can, may

> See also: may, can


The following rules apply to running text (i.e., promotional copy in paragraph form in brochures, newsletters, magazine articles, flyers, and advertisements). These rules adhere to a "down" style of capitalization (i.e., a predominant practice of lowercasing words), which gives the copy a clean and modern look. Capitalization in other formats featuring lists or freestanding lines of text (e.g., memorandum headings, commencement programs, and invitations) may differ, often tending toward a more extensive use of capital letters.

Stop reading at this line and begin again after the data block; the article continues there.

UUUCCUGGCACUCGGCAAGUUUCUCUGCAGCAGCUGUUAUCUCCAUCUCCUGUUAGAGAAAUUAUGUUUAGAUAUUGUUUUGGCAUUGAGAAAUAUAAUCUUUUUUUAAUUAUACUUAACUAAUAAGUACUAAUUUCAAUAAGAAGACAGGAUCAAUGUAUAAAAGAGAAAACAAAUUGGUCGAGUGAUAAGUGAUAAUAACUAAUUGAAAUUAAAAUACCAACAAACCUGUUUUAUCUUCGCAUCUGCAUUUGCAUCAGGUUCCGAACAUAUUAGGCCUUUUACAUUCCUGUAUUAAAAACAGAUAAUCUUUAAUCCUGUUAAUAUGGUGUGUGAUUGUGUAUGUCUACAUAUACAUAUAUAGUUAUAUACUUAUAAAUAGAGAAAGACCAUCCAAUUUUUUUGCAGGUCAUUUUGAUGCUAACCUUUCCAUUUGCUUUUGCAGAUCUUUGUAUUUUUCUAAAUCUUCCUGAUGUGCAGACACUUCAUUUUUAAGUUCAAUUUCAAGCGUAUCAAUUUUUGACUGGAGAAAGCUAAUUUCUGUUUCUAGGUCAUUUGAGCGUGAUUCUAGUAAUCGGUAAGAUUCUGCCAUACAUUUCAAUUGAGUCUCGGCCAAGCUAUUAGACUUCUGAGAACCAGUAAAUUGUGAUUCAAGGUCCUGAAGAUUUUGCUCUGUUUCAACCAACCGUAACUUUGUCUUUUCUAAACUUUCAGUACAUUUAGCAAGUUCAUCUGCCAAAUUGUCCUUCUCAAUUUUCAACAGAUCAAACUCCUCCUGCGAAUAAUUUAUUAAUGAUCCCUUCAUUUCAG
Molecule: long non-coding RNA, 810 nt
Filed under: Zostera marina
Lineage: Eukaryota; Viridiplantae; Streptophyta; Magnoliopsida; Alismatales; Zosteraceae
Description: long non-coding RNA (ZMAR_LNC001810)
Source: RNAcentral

Capitalize these elements

  1. Job titles that directly precede a proper name
    • Dean Lisa A. Tedesco
    • President Gregory L. Fenves
    • Associate Professor of Spanish Hernán Feldman 

  2. Named academic professorships and fellowships
    • Mary Emerson Professor of Piano William H. Ransom
    • Irwin T. Hyatt Jr. Professor Emeritus
    • Fulbright scholar

  3. Formal names of academic departments or administrative offices
    • Department of Biology, Office of the Provost

  4. Schools and divisions within Emory 
    • Goizueta Business School, School of Law, School of Medicine, Division of Campus Life
    • Lowercase general references to schools and divisions (when reference is ambiguous, use initial capital letters) such as business school, law school, medical school, campus life division
    • For specifics on second references see also: school names (Emory Specifics)

  5. Names of specific courses
    • Biology 101
    • History of Civilization